Reinhold Görling, Barbara Gronau, Ludger Schwarte (Eds.)Aesthetics of Standstill

“Standstill” could be the name for the exact kind of experience that is the hiatus between social expectations and real possibilities of agency. Standstill may also be the name of an aesthetic strategy to instill a non-linear time of resistance and experience into the political protocol of progress. Finally, standstill can be the name for the temporal fissure in the midst of the subject, for the lapse between the subject of the enunciation and the subject of a statement, the limit that is the border between the inside and the outside.



Oliver MarchartConflictual Aesthetics
Artistic Activism and the Public Sphere


A new wave of artistic activism has emerged in recent years. The ever-increasing dominance of authoritarian neoliberalism has prompted many artists to turn toward more direct forms of action. On closer inspection, however, activist practices have been around much longer in the art field. As Oliver Marchart claims, there has always been an activist undercurrent of art.



CuratorLab 2017/18 (Eds.)Red Love: A Reader on Alexandra Kollontai
Kollontai. A Play by Agneta Pleijel


Red Love: A Reader on Aleksandra Kollontai stems from a yearlong research project by CuratorLab at Konstfack University together with Tensta konsthall, leading up to Dora García’s exhibition “Red Love” and its related public programing. A number of artists and thinkers revisit Kollontai’s ideas on the politics of love and their relation to current political, social and feminist struggles. The publication also includes the biographical play Kollontai from 1977 by distinguished Swedish writer Agneta Pleijel.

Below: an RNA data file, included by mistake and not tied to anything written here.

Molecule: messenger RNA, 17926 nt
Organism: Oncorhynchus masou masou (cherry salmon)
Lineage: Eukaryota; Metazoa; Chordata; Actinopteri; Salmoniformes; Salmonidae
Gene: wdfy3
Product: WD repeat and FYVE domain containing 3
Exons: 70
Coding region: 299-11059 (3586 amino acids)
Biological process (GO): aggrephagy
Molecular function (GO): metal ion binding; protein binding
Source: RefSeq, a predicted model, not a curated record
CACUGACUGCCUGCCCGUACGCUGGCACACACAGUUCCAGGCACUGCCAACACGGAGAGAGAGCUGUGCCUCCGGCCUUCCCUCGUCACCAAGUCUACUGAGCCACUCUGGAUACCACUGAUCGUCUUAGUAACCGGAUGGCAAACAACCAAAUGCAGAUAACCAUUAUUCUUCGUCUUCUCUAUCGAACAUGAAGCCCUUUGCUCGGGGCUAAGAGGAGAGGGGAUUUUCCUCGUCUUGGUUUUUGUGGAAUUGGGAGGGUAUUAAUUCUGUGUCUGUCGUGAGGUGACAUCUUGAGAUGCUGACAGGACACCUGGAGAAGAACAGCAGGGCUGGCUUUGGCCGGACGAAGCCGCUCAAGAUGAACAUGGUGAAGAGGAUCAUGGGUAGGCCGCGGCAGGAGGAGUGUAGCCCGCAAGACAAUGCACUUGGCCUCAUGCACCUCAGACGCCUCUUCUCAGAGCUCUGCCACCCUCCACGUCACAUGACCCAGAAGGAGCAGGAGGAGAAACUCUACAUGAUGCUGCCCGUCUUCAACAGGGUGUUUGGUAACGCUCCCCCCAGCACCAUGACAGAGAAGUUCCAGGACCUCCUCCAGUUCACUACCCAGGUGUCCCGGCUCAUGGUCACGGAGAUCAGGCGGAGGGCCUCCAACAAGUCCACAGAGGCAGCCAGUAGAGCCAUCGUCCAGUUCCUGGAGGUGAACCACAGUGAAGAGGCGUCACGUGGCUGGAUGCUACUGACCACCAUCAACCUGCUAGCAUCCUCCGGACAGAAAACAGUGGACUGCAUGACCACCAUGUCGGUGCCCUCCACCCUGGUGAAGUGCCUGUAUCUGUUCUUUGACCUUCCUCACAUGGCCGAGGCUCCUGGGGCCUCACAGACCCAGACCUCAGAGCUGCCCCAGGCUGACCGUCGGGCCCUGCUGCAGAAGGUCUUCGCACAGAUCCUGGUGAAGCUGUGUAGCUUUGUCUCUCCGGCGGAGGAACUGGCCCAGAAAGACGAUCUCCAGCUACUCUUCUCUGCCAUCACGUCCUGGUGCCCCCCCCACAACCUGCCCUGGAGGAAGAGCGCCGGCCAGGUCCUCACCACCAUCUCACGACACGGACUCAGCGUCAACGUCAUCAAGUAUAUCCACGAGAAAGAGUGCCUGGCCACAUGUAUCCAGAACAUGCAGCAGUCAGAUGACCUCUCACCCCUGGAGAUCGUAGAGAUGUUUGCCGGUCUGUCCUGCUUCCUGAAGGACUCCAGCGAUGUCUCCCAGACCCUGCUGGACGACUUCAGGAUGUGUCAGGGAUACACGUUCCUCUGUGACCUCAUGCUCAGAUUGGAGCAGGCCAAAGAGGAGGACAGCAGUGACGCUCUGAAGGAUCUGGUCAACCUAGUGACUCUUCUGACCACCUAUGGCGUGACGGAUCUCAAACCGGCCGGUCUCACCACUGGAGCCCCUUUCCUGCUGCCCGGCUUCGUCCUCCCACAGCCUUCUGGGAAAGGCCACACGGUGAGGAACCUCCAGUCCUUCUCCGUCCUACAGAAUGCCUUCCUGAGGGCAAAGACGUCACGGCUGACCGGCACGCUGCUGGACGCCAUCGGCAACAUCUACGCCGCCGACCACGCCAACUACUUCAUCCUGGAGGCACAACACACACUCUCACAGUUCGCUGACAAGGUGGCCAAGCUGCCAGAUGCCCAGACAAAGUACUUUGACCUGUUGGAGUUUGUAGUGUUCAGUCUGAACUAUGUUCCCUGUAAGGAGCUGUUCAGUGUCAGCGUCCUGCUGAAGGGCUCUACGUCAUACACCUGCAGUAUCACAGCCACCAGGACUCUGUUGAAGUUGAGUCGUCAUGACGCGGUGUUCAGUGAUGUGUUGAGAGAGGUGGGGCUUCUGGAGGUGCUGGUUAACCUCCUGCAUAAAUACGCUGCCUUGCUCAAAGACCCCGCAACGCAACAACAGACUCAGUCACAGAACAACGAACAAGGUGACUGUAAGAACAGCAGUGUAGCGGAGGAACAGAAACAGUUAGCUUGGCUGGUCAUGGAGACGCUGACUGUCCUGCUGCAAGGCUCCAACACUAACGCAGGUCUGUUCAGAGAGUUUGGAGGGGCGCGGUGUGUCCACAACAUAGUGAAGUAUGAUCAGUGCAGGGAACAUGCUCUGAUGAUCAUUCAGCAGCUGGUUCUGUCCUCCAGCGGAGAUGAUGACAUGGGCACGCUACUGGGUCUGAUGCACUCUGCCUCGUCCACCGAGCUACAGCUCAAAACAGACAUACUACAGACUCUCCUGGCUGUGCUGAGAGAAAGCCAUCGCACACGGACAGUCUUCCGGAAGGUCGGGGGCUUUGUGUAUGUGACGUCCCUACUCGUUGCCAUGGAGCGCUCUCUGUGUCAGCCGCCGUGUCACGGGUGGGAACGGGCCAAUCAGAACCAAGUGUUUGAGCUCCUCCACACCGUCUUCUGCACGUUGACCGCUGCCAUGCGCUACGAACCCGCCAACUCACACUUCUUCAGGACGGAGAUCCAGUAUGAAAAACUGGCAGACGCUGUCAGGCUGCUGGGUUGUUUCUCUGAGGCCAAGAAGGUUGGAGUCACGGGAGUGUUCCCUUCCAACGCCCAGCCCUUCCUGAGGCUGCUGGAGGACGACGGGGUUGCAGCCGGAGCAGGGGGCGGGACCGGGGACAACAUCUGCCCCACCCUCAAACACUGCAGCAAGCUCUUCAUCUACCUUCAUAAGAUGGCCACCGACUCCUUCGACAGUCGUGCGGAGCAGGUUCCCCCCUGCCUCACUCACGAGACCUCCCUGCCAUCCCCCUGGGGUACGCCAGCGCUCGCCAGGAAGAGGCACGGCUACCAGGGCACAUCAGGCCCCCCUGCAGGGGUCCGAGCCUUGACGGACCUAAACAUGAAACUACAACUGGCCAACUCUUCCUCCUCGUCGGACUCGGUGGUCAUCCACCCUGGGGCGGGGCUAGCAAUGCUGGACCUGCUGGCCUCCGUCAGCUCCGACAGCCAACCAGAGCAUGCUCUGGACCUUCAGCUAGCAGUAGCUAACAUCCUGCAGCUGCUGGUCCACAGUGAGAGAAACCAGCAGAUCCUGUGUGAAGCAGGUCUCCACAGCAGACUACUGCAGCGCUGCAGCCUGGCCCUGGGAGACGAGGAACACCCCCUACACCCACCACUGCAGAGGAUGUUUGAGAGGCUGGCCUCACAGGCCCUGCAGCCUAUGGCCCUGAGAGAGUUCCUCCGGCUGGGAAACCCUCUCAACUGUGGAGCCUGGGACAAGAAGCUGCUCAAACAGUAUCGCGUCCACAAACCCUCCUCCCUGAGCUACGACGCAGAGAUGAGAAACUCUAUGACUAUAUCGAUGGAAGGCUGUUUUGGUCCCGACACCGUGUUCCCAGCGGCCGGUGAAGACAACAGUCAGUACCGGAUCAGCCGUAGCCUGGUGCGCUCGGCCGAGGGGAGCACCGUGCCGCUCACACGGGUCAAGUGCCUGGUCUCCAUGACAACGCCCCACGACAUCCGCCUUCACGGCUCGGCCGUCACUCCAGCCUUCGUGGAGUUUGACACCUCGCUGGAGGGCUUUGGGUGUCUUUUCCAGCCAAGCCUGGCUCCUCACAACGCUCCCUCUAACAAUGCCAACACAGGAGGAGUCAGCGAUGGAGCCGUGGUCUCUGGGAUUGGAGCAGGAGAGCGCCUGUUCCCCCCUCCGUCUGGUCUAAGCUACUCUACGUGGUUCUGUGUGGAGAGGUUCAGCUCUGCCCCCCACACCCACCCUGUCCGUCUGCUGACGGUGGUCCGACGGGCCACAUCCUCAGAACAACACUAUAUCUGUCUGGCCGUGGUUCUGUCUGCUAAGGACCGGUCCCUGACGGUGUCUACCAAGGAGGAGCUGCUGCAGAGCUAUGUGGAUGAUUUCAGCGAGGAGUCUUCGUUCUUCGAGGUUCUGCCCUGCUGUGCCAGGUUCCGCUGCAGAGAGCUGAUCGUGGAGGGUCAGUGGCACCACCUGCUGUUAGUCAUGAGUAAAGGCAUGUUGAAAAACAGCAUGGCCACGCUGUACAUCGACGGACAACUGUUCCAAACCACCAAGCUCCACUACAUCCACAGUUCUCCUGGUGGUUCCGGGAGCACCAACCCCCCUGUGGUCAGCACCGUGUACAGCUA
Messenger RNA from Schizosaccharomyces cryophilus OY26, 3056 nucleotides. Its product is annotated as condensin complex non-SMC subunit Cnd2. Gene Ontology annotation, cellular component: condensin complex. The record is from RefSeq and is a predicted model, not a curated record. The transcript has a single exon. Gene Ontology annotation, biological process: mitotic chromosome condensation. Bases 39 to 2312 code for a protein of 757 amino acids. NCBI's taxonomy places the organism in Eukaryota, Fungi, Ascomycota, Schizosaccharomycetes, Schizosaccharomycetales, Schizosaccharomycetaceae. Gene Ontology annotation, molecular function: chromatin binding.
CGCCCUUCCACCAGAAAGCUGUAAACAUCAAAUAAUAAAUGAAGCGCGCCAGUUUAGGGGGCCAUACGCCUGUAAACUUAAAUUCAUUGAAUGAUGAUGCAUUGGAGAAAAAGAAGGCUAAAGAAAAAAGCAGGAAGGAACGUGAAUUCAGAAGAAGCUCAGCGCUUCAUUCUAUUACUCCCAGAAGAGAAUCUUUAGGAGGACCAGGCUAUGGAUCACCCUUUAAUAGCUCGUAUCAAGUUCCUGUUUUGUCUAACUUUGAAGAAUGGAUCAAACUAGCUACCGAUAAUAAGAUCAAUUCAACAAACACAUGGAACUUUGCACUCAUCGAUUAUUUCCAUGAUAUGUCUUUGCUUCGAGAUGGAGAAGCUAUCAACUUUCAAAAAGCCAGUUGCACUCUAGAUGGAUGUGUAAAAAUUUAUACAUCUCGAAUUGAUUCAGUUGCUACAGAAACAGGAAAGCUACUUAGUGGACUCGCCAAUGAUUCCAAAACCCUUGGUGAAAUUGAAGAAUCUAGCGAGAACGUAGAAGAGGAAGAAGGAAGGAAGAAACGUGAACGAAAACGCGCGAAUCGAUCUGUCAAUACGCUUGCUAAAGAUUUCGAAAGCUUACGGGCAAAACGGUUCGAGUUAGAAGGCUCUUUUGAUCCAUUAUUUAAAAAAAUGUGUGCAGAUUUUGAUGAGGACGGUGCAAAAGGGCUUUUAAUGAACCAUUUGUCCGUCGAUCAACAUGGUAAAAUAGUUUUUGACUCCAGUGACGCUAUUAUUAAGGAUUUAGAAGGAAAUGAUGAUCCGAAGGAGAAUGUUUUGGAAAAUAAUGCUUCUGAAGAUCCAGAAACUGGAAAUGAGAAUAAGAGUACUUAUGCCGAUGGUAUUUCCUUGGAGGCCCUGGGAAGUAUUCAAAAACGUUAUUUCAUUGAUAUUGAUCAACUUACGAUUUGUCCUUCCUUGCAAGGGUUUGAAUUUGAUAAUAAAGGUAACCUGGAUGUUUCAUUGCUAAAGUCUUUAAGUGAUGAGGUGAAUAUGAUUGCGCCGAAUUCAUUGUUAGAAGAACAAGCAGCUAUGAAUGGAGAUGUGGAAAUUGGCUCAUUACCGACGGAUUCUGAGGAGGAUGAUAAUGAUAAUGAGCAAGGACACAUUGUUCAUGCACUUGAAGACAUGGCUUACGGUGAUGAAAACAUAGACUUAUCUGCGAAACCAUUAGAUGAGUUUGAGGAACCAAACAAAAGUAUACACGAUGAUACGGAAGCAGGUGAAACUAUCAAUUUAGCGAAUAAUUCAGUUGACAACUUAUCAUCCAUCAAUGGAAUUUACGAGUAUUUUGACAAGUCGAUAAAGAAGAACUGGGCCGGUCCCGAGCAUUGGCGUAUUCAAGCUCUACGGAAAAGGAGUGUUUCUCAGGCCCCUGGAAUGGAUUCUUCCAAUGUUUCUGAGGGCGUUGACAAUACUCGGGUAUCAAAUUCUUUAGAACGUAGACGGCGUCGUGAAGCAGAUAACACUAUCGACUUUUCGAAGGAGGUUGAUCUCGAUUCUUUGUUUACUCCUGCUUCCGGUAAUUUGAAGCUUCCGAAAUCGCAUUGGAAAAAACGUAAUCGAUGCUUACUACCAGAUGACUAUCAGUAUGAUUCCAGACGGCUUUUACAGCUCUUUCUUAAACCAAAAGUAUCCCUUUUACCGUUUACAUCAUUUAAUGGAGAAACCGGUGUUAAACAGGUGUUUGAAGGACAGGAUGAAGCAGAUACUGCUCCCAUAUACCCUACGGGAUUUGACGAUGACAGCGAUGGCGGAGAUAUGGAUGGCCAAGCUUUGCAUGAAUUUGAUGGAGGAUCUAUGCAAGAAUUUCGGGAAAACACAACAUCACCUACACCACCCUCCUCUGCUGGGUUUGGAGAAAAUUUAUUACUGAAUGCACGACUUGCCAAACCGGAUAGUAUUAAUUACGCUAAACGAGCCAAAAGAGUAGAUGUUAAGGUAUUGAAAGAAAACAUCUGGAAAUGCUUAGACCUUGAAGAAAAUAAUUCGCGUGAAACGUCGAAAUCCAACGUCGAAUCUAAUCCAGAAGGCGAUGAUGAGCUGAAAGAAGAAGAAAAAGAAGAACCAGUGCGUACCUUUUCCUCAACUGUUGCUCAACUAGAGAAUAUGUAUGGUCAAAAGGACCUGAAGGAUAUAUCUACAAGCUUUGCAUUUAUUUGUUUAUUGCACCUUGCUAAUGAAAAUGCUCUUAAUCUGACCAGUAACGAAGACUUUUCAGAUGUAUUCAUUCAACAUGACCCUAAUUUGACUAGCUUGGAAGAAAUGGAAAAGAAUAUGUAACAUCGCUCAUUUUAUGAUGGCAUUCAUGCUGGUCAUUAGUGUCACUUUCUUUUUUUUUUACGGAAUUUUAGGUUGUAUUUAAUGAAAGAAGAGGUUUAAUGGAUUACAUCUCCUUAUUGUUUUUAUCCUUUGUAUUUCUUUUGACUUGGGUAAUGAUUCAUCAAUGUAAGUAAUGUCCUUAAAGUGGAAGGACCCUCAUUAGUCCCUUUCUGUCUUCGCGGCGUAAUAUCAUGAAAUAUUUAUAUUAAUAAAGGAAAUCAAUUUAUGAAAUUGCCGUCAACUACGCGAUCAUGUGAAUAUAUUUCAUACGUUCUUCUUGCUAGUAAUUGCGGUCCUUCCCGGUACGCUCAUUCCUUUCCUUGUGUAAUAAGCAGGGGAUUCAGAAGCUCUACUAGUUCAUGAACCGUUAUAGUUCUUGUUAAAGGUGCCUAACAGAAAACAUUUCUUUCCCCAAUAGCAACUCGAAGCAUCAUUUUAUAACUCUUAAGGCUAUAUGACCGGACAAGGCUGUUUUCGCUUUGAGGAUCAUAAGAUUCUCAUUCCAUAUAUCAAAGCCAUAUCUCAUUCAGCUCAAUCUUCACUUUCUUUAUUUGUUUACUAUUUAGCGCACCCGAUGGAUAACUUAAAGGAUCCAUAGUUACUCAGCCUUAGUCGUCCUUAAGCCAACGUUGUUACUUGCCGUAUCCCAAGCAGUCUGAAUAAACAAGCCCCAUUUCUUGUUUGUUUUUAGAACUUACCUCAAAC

Sophia Yadong Hao (Ed.)Of Other Spaces
Where Does Gesture Become Event?


Resonating with the ethos of open dialogue and the experimentation of women artists’ collectives in the 1970s and 1980s, Of Other Spaces: Where Does Gesture Become Event? constructs a dynamic, open, and collaborative arena that foregrounds practices of resistance, collectivity, and self-organization. Highlighting the inherent seditiousness that animates feminist thinking, the book seeks out the lodestone of a volatile politics that calls for and instigates urgent alternatives to the cultural, political, and economic machineries of power that haunt this world. Contributors include seminal women thinkers, writers, and artists.